Highlights of Republicans’ Replacement for Obamacare

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Republicans have unveiled their replacement for Obamacare. It will cover fewer people but, unlike Obamacare, it will not force people to buy coverage if they don’t want to. This article lists items that would be removed from Obamacare and those that would be added, such as a penalty if people fail to keep themselves continuously covered. Also, insurers will be allowed to charge a higher amount for older customers than for young adults. This is the same as charging older people a higher rate for life insurance or charging drivers with bad driving records a higher premium for collision insurance. In other words, the cost is higher for those most likely to benefit, which is a necessary feature of insurance if it is to function without tax subsidies. -GEG

Update: A seemingly angry (judging by the tone) Senate minority leader Chuck Schumer obviously had to lash out and dismiss the Republican’s plan for “TrumpCare”…

“Trumpcare doesn’t replace the Affordable Care Act, it forces millions of Americans to pay more for less care. This plan would cut and cap Medicaid, defund Planned Parenthood, and force Americans, particularly older Americans, to pay more out of pocket for their medical care all so insurance companies can pad their bottom line.

It cuts taxes on the rich to make middle class families pay more. To make matters worse, this sham of a replacement would rip treatment away from hundreds of thousands of Americans dealing with opioid addiction, breaking the President’s word that he would expand treatment, not cut it.

This bill is a giveaway to the wealthy and insurance companies at the expense of American families, and Senate Democrats will work hard to see that it is defeated.”

Wow, sounds like a nightmare. Let’s see what the bill actually says.

As we detailed earlier, on Monday afternoon, House Republicans in both the Ways and Means and Energy and Commerce committees, unveiled their long-awaited legislation as part of House Republicans effort to repeal and replace Obamacare through the reconciliation process. The measure would roll back the government’s health care role and is expected to result in fewer people having insurance coverage; however, due to strong opposition among key republicans to the proposed plan, there is a high likelihood the bills will not pass in their current form.

Upon releasing the legislation, House Energy and Commerce Committee Chairman Greg Walden said: “After years of Obamacare’s broken promises, House Republicans today took an important step. We’ve spent the last eight years listening to folks across this country, and today we’re proud to put forth a plan that reflects eight years’ worth of those conversations with families, patients, and doctors. Simply put, we have a Better Way to deliver solutions that put patients – not bureaucrats – first, and we are moving forward united in our efforts to rescue the American people from the mess Obamacare has created.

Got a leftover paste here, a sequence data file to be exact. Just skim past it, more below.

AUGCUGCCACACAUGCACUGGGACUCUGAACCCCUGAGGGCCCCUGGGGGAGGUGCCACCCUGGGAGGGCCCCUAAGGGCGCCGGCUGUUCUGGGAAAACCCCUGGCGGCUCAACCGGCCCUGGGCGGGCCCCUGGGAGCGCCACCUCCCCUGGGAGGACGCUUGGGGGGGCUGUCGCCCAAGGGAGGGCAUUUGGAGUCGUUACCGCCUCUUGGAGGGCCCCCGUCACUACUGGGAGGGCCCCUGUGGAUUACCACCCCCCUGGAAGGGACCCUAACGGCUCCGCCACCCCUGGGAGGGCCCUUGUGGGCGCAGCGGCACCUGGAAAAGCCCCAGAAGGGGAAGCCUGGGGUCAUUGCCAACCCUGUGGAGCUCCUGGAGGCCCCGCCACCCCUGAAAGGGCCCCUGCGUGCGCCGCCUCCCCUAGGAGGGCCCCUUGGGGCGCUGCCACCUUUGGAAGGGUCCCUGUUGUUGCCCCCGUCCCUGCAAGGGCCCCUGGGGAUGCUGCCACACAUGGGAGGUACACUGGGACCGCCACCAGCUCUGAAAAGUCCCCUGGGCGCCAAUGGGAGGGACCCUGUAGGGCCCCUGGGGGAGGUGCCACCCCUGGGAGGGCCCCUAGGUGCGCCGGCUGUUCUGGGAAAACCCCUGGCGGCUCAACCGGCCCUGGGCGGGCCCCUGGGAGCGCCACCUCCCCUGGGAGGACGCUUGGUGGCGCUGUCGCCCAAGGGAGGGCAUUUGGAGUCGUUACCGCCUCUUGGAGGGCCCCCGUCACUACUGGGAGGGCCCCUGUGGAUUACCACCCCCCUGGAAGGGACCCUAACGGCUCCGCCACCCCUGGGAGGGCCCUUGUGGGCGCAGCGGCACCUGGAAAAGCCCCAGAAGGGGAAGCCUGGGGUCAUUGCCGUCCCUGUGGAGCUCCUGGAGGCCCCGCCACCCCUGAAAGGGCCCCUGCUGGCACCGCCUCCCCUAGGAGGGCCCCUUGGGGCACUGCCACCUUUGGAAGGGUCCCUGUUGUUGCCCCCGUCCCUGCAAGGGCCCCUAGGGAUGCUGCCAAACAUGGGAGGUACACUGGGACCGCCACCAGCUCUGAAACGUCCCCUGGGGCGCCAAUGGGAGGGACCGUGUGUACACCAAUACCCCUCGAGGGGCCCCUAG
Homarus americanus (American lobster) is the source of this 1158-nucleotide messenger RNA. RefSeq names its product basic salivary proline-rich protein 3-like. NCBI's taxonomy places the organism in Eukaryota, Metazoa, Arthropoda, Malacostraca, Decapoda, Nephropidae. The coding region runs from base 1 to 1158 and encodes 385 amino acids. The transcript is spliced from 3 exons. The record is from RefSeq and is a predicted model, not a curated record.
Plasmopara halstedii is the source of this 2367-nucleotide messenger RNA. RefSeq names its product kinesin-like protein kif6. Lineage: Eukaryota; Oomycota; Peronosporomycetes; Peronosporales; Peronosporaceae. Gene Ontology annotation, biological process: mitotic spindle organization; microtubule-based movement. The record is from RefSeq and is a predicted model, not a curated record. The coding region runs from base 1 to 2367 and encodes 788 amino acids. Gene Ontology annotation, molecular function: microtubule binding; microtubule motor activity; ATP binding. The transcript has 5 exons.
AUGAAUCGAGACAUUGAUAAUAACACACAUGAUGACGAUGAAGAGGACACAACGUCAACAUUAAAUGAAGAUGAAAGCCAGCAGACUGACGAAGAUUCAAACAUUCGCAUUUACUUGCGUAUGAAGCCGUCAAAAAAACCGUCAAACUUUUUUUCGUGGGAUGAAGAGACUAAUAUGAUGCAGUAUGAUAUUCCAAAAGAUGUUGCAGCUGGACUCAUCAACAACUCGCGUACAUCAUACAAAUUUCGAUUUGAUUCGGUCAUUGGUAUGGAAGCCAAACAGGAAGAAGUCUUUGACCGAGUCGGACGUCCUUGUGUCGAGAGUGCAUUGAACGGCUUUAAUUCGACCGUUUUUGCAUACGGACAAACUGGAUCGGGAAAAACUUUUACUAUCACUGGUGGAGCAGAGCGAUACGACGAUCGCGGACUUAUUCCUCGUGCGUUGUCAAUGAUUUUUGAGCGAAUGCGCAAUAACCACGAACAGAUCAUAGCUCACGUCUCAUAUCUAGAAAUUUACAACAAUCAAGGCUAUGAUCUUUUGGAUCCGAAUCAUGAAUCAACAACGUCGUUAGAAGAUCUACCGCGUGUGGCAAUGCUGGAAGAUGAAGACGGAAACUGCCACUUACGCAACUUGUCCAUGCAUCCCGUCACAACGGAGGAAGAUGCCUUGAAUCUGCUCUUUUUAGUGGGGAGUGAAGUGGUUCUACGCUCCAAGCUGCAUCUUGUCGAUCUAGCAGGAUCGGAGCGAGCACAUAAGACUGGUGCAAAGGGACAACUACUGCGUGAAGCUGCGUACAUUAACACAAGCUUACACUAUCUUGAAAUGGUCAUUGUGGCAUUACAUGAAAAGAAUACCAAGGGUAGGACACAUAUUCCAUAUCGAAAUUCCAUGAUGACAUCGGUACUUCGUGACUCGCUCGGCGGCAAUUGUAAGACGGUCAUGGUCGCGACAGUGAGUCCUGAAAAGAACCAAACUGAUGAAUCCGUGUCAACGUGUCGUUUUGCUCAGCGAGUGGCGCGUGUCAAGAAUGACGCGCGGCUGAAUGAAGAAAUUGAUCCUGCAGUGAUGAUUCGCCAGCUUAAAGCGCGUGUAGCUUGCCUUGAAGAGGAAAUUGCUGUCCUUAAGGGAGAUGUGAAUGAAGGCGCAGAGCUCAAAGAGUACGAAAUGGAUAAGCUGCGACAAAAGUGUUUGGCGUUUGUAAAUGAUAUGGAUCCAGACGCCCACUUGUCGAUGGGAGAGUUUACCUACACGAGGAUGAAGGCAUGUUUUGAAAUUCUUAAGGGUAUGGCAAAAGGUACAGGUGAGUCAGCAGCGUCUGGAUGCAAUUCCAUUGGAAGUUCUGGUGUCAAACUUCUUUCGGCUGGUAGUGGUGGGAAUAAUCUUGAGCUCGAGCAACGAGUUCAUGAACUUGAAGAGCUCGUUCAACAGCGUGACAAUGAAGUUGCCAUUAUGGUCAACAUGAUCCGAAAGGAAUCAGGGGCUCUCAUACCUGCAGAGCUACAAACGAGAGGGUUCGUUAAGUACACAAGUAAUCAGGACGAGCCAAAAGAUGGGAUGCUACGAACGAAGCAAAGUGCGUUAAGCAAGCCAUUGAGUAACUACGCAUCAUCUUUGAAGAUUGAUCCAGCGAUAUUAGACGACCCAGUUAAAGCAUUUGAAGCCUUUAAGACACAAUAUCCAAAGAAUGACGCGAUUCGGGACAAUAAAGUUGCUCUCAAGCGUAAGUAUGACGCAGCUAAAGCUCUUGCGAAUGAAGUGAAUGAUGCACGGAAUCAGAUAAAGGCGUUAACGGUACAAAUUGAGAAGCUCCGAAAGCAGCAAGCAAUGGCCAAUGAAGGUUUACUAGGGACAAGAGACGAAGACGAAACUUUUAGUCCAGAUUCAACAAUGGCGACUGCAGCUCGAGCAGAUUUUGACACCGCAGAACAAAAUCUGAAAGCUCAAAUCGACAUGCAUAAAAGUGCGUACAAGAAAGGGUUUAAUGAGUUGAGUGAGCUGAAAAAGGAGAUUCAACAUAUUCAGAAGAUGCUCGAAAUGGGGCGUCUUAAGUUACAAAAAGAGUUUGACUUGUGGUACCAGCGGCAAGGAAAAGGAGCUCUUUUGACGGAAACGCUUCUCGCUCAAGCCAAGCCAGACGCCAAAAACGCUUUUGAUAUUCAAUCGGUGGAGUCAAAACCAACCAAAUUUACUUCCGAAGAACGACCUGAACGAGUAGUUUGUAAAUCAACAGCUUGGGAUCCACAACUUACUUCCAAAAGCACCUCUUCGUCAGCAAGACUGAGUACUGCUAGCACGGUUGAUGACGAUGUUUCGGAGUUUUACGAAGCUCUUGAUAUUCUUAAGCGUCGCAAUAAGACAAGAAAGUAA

“With today’s legislation, we return power back to the states – strengthening Medicaid and prioritizing our nation’s most vulnerable. We provide the American people with what they’ve asked for: greater choice, lower cost, and flexibility to choose the plan that best suits their needs. Today is just the first step in helping families across this country obtain truly affordable health care, and we’re eager to get this rescue mission started.”

The plan would dismantle the key aspects of ObamaCare, including subsidies to help people buy coverage, the law’s fines on people who don’t purchase health insurance, the expansion of Medicaid, and drop the plan to tax employer-sponsored plans. The bills can be found here and here.

A breakdown of core aspects removed from the existing law (courtesy of Axios):

All Obamacare taxes
All Obamacare subsidies, including its premium tax credit
Individual, employer mandate penalties
“Cadillac tax”
No longer will limit the tax break for employer-sponsored health coverage
No payments to insurers for cost-sharing reductions
Selling insurance across state lines (can’t be done in the “reconciliation” bill)
Medical malpractice reform (can’t be done in the “reconciliation” bill)

What is being added:

Pre-existing condition coverage
Continuous coverage — 30 percent penalty if people don’t keep themselves insured
Special fund to help states set up “high-risk” pools, fix their insurance markets, or help low-income patients
Enrollment in expanded Medicaid will be frozen
Current enrollees can stay until 2020, and keep getting extra federal funds, until they leave the program on their own
Medicaid will change to “per capita caps” (funding limits for each person) in fiscal year 2020
A new, refundable tax credit will be available in 2020 to help people buy health insurance
Covers five age groups — starts at $2,000 for people in their 20s, increases to $4,000 for people in their 60s
It’s not means tested, but phased out for upper-income people (starting at $75,000 for individuals, $150,000 for families)
Insurers can charge older customers five times as much as young adults

At its core, in place of the existing Affordable Care Act legislation, republicans will implement a system centered on a tax credit to help people buy insurance. That tax credit would range from $2,000 to $4,000 annually increasing with age. That system would provide less financial assistance for low-income and older people than ObamaCare, but could give more assistance to younger people and those with somewhat higher incomes.

Read Full Article Here…

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